At the whole relative humidity range the measurements present relaxation phenomena for sample 18SPC and, for sample 9SPC, only within the range of 58% to 90 RH%. For sample 9SPC, at 44% of RH% carriers do not reach the opposite electrode before bounding on an ionic group, leading to very high impedance, similar to the PC material .
Regarding the change of the impedance magnitude order in the relative humidity range considered in Figure 5, it decreases by a factor of three orders for sample 9SPC and of two orders for sample 18SPC.
Measurements of impedance modulus from the relative humidity of films 9SPC and 18SPC at 25 Hz and 200 Hz, respectively, were carried out at temperatures of 20 °C, 30 °C, 40 °C and 50 °C. It was observed that the impedance modulus is practically constant within this temperature range. For this reason graphical results for temperature dependence will not be shown.
Furthermore, two processes are responsible for impedance decreasing: the first is associated with the water electrolysis and the second is related to the transport of H+ ions . This transport has diffusive nature at low frequencies. The presence of absorbed water in the polymer allows not only the electrolysis, but also reduces the ionic interaction between the polar groups of the polymer and the H+ ions, which in turns increase the ion mobility . Therefore, with mobility increasing the impedance decreases, and it is observed experimentally. According to the references [24–27] the absorption of water at constant temperature occurs due to the interaction between water molecules and charged sites (here represented by SO3H groups).
For the polyelectrolyte humidity sensors, the conduction mechanism is mainly ionic, and sensing behavior depends on both the kind and concentration of ions and the water absorption ability of the sensing film .
The electrical transport phenomenon in polymeric humidity sensors is yet to be fully described. There is much work to carry on in understanding the fundamental physical phenomena presented in such sensors. For instance, protons have high mass and very low mobility and d.c. measurements are impossible to be carried out due to double layer capacitance effects. Under this scenario, Hall effect measurements cannot be easily carried out and due to limitations of water melting and boiling points, temperature dependence of resistivity can be measured in a quite short range, which turns the determination of activation energies associated with carrier statistics a hard task.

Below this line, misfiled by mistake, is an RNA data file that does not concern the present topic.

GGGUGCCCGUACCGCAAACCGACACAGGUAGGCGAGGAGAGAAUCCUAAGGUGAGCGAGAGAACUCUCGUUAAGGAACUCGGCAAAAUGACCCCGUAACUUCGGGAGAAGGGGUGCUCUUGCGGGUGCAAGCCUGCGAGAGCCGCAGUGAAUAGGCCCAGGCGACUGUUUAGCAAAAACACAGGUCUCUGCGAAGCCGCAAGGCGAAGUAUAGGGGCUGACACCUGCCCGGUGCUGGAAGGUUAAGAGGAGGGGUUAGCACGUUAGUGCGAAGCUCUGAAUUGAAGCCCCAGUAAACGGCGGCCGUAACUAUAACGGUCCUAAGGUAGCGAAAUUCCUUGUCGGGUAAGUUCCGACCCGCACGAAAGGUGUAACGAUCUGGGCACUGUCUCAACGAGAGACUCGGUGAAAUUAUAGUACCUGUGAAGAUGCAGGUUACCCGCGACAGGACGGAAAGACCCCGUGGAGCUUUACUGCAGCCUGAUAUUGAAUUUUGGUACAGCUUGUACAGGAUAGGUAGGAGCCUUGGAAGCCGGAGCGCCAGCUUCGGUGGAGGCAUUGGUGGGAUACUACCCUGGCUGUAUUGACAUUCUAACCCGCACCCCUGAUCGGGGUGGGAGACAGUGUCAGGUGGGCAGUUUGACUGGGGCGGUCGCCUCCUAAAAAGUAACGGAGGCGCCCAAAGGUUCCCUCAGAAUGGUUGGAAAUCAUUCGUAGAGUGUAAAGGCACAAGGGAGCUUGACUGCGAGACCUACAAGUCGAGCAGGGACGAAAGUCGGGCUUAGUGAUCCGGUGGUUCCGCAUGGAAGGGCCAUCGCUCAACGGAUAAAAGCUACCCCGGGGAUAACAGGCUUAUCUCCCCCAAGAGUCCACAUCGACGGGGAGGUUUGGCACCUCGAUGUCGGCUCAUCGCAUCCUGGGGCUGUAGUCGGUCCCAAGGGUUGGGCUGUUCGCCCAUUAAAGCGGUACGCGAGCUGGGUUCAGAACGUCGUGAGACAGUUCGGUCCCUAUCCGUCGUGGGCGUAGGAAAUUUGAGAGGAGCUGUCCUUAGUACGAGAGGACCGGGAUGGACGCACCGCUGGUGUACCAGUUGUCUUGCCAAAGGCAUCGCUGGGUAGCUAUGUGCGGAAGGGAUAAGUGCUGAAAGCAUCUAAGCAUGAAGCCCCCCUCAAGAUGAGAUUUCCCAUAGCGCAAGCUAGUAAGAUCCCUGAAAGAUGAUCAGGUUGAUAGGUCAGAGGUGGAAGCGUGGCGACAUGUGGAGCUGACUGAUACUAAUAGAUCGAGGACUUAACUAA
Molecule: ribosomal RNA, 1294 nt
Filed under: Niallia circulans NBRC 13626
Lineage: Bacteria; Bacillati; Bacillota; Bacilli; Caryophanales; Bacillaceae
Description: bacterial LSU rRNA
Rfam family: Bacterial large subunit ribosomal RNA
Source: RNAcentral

Despite the limitations, an empirical model of impedance exponential decay with relative humidity can lead to reasonable results and was applied to the sensor impedance as a function of RH%. Figure 5 presents the impedance modulus, in a log scale and measured at 25 Hz for sample 9SPC and 200 Hz for sample 18SPC as a function of relative humidity. The observed behavior in a log scale is linear, which could lead to an empirical functional dependence of the type:
Another form of measuring RH% would be through relaxation times obtained from impedance spectroscopy measurements, as represented in Figure 6. The main characteristic response for the SPC sensor is that the resistive regime broadens with increasing humidity. As a consequence the relaxation shifts to higher frequencies. The characteristic relaxation time τ, obtained from the condition 2πfMAX.τ =1 (i.e., at the maximum of Z″), reduces with increasing RH% (Figure 6). This relaxation time is associated with dipole polarization. Sample 9SPC and 18SPC have distinct peak frequencies of relaxation. For sample 9SPC the range is between 102 and 105 Hz for 58 to 90 RH% respectively and or sample 18SPC the range is between 103 and 106 Hz for 11 to 90 RH% respectively.
Comparing Figures 5 and 6 one can identify a good similarity for the RH% functional dependence. This form of measuring the relaxation regime considers expensive equipment, while measuring at a fixed frequency of 25 Hz or 200 Hz would be inexpensive to implement with a few integrated circuits and discrete electronic components. Thus, the similarity between Figures 5 and 6 proves the efficiency of the fixed frequency method proposed. Finally, it is interesting to report that SPC RH% electrical characteristic dependence turns it into a promising resistive humidity sensor.
The 18SPC sensor presented relaxation for humidity as low as 11 RH%. Measurements salt solutions for RH% lower than 11% have not been prepared, but the sensing properties could work even for humidity lower than 11 RH%.
Regarding sample 9SPC the measurements for humidity lower than 58 RH% presented a hyperbolic behavior of the Z″ with frequency, similar to a pure dielectric behavior. One possible explanation for the observed results is the reduction of the diffusion length to a distance smaller than the contact distance. Thus the absorbed water and H+ ions would bind to SO3H groups before reaching the opposite contact, increasing enormously the sensor impedance. This was previously proposed for a humidity sensor .
The absorption (changing the environment from 11 RH% to 90 RH%) and desorption (changing the environment from 90 RH% to 11 RH%) times for both SPC sensors were carried out. One consideration is that about 30 s was used to change from one environment to the other and to start the measuring program. For sample 9SPC both absorption and desorption times are low (at least lower than the 30 s lost during the environment change). For sample 18SPC a low absorption time and desorption time of 8 min after the changing time was measured.